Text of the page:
Stressing over money is never fun. Stressing over money, when any of the above applies to you, takes on its own form of angst by adding a level of long-term anxiety. It takes time, sometimes years, to undo the damage of any of these stressors — but it can be done!

Barriers to financial wellness and how to overcome them

We’re convinced: being financially fit is super-important. But what happens now? Why are 80% of Americans in debtopens in a new window?  Why do only 39% of Americansopens in a new window have enough saved up to get them through a $1,000 emergency? 

Unfortunately, while many people may understand that financial fitness is crucial to their wellbeing, there are several barriers that make it difficult to follow through on their convictions. 

First, many lack the basic financial knowledge necessary to responsibly manage their money. Second, many people mistakenly believe that budgeting, saving and being more mindful of how they manage their money are too time-consuming and tedious. Finally, some people may have fallen so deeply into debt, they’ve begun believing they will never be capable of ever pulling themselves out. 

Here are some simple steps you can take today to help you achieve and maintain financial wellness:

  • Get educated. There is no shortage of financial literacy available to the interested consumer, from financial literacy blogs to personal finance books, podcasts, online classes and so much more. Learning how money works, the power of a long-term investment and how much you’re really paying each time you swipe that high-interest credit card can help you make better choices.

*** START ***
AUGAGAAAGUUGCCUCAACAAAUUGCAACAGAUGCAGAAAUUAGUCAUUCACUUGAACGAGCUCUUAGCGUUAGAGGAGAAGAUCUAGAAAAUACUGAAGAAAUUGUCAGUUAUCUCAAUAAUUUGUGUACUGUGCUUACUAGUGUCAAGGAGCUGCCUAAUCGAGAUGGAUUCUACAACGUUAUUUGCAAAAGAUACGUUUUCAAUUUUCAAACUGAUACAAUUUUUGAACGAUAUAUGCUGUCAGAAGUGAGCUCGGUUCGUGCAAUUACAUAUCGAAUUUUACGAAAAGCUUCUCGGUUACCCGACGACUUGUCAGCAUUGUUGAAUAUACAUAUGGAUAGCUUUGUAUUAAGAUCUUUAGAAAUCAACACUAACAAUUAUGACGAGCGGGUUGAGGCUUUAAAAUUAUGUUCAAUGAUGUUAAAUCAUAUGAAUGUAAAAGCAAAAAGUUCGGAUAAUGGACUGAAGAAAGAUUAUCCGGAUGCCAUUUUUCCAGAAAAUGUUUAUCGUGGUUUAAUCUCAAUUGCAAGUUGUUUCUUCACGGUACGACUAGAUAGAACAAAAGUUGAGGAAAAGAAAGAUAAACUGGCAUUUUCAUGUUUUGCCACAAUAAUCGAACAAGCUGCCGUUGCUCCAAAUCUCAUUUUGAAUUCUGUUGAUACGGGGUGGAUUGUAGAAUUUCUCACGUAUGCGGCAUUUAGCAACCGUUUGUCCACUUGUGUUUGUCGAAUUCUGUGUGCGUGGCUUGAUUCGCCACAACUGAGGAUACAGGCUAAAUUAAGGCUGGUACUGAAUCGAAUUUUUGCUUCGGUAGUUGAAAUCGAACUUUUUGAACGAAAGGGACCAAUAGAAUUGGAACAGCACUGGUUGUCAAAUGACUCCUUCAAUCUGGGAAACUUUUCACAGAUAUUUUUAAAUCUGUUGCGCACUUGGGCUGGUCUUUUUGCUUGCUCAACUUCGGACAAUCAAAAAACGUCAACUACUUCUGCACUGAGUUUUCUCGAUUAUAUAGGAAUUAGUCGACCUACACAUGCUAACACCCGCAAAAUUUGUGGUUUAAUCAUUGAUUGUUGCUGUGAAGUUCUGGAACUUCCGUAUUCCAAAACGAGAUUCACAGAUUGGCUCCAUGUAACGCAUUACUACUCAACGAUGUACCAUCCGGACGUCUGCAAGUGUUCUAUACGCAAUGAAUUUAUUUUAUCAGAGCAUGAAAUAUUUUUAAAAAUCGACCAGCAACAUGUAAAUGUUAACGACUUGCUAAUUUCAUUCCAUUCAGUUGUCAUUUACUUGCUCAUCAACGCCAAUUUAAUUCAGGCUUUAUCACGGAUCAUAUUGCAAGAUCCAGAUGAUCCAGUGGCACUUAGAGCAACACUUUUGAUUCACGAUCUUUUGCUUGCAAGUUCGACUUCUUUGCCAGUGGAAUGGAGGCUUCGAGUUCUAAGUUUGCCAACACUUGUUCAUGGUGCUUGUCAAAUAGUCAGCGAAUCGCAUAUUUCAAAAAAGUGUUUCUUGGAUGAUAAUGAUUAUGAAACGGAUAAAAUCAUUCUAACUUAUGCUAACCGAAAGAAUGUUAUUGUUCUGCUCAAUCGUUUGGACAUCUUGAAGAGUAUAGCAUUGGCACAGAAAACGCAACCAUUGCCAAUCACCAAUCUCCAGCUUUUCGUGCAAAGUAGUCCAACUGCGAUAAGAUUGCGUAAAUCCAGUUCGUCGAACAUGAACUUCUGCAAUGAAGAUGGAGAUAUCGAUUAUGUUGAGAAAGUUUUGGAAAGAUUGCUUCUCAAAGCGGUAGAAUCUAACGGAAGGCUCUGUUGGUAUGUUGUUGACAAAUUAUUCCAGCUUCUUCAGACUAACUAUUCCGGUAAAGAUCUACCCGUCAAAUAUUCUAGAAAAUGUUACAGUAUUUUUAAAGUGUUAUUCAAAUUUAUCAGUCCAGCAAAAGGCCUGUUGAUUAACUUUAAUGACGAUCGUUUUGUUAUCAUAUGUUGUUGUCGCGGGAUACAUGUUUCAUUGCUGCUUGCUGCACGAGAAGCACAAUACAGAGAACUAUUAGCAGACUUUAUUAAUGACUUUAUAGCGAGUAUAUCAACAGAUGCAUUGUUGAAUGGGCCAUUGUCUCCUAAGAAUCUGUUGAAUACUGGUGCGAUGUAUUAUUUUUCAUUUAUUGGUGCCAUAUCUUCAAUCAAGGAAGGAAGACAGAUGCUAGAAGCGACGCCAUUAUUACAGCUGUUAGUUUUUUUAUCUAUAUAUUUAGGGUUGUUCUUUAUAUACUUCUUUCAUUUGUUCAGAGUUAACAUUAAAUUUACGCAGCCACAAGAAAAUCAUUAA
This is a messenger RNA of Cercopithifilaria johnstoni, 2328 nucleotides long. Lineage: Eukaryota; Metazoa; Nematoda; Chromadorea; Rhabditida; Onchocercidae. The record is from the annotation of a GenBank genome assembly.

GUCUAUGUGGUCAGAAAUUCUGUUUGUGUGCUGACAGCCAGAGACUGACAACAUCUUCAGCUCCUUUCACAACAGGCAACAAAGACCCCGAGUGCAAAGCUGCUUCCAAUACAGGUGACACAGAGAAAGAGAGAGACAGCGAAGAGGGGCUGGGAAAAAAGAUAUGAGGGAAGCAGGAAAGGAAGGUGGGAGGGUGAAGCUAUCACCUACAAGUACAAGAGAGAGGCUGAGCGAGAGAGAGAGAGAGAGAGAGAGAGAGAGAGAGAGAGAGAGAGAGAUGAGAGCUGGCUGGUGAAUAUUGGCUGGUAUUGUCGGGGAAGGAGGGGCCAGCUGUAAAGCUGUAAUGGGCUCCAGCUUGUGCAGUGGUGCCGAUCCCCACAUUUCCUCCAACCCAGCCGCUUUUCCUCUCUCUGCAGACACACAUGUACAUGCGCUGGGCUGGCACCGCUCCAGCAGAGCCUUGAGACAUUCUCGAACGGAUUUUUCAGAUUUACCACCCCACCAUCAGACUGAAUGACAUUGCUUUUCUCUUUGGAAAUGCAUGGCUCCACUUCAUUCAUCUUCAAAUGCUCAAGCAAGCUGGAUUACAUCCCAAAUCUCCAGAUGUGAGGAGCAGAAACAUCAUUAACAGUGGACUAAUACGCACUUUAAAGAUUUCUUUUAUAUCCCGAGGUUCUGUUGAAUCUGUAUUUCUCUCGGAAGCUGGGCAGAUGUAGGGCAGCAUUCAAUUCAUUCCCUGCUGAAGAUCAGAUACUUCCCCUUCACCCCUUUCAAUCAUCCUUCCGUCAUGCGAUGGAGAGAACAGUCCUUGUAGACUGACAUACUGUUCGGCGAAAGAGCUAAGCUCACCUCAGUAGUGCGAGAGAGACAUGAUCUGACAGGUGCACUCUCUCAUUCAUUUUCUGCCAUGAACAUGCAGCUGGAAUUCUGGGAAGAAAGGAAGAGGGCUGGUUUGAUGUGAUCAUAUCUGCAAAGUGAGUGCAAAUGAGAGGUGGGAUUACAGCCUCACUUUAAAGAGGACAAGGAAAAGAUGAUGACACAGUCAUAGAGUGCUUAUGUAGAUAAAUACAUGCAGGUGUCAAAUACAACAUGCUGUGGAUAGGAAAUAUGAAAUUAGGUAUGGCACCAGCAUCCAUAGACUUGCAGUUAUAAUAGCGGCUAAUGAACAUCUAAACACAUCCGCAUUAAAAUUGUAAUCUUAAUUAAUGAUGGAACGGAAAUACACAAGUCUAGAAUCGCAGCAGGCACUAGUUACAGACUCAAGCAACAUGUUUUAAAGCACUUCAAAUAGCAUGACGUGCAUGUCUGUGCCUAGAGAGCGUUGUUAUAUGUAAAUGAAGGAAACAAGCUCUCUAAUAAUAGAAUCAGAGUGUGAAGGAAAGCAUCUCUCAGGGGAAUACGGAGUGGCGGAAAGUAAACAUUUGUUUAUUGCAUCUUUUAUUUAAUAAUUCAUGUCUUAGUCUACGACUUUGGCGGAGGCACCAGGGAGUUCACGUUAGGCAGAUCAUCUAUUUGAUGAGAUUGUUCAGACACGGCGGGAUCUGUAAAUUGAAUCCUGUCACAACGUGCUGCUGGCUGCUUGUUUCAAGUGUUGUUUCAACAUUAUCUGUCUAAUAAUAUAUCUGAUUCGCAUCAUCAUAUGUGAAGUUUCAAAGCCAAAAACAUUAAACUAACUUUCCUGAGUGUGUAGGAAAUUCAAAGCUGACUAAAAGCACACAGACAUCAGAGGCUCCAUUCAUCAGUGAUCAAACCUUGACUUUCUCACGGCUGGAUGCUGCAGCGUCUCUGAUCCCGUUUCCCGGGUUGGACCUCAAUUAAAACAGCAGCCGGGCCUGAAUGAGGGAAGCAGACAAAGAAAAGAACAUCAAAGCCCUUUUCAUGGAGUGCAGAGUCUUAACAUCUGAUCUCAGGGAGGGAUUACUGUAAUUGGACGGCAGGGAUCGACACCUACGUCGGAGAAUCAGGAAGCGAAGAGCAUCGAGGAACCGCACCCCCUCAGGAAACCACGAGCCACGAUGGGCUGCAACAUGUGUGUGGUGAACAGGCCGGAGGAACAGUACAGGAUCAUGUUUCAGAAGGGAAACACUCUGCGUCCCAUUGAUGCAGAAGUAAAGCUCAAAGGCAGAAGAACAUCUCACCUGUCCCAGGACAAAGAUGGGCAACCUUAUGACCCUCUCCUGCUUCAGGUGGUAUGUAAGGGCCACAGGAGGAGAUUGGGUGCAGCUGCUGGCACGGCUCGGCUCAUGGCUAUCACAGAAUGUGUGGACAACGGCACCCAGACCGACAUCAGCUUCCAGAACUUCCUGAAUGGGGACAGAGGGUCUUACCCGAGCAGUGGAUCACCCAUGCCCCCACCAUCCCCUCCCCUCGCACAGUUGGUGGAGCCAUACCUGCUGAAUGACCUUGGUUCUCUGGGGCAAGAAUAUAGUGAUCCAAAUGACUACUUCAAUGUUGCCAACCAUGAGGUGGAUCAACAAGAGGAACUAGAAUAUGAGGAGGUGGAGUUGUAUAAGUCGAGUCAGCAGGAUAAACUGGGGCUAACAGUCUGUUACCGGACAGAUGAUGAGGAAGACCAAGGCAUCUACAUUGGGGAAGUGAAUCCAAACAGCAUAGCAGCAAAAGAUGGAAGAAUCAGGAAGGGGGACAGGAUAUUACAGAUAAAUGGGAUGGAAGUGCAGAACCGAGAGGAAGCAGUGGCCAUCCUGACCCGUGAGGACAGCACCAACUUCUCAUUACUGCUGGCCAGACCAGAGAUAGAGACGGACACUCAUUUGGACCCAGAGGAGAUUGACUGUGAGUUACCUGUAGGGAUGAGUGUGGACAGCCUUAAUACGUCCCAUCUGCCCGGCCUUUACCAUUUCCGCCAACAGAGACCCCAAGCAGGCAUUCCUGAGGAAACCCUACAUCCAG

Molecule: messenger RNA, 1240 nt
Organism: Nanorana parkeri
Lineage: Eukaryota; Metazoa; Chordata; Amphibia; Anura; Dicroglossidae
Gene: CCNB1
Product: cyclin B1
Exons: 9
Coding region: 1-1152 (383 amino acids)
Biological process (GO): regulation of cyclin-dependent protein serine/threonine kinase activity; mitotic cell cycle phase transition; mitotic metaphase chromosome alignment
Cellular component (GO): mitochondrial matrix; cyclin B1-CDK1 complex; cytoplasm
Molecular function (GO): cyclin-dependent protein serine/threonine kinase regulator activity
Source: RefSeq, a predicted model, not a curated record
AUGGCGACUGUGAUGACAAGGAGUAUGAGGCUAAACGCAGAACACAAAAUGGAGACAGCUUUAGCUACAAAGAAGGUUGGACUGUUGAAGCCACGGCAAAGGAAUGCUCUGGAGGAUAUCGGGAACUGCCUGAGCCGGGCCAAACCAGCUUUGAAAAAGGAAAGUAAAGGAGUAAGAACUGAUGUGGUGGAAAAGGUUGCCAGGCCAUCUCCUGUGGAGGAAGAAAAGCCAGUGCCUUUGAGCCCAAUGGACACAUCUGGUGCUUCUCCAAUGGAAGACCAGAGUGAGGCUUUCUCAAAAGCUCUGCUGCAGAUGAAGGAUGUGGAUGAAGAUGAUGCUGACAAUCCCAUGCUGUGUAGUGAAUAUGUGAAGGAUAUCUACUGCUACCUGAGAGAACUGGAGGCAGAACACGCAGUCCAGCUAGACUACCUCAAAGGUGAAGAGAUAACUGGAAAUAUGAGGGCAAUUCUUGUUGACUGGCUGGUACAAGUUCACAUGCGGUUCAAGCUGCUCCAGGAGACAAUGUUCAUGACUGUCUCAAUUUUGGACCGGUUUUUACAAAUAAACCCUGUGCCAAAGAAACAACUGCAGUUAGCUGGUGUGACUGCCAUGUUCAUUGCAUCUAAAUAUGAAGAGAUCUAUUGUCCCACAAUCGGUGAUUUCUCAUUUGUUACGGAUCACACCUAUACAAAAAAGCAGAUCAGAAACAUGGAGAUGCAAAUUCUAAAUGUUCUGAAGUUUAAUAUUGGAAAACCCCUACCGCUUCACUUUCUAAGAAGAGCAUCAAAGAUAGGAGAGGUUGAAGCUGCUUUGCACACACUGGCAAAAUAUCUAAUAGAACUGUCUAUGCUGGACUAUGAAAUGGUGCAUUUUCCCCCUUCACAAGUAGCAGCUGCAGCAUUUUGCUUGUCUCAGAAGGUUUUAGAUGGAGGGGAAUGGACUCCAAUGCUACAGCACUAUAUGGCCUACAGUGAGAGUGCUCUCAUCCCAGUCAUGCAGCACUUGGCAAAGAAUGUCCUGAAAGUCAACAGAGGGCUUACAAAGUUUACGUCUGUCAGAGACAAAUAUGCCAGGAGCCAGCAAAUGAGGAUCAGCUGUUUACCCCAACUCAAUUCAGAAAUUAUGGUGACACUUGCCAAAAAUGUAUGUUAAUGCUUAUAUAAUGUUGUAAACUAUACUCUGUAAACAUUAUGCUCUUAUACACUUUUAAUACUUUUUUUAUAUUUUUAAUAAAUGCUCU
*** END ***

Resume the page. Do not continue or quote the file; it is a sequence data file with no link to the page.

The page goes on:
• Have the money talk with your partner. Whether you’ve only been sharing expenses for half a year or you’ve been married more than a decade, it’s important to be on the same financial page as your partner. Talk openly and honestly, being careful not to be judgmental in any way, and discuss your individual and shared long-term and short-term money goals. Then come up with a plan for how you intend to reach them together. 
  • Pay all bills on time. If you can’t take aggressive steps toward paying down debt just yet, be sure to make the minimum payment on each credit card bill each month. 
  • Create a budget. Giving every dollar a destination makes it easier to spend mindfully and cut down on extraneous expenses. 
  • Start saving. There’s no such thing as a sum of money that’s too small to put into savings. Every dollar counts, and once you get the ball rolling, you’ll be motivated to pack on the savings until they really grow. 

You give your abs a great workout each day — now it’s time to get those money muscles into shape! Follow the tips outlined above to stay financially fit at all times.


January 17, 2022 - Martin Luther King, Jr. Day

February 21, 2022 - President's Day
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Address: P.O. Box 29527
Greensboro, NC 27429
Telephone: 336.332.5302
Toll-Free: 888.794.1001
Email: Admin@AcclaimFCU.org

Lost/Stolen Credit Card: 800.325.3678
Lost/Stolen Debit Card: 888.241.2510
Admin Fax: 336.332.4103
Loan Fax: 336.332.5965
Mbr Service Fax: 336.332.5965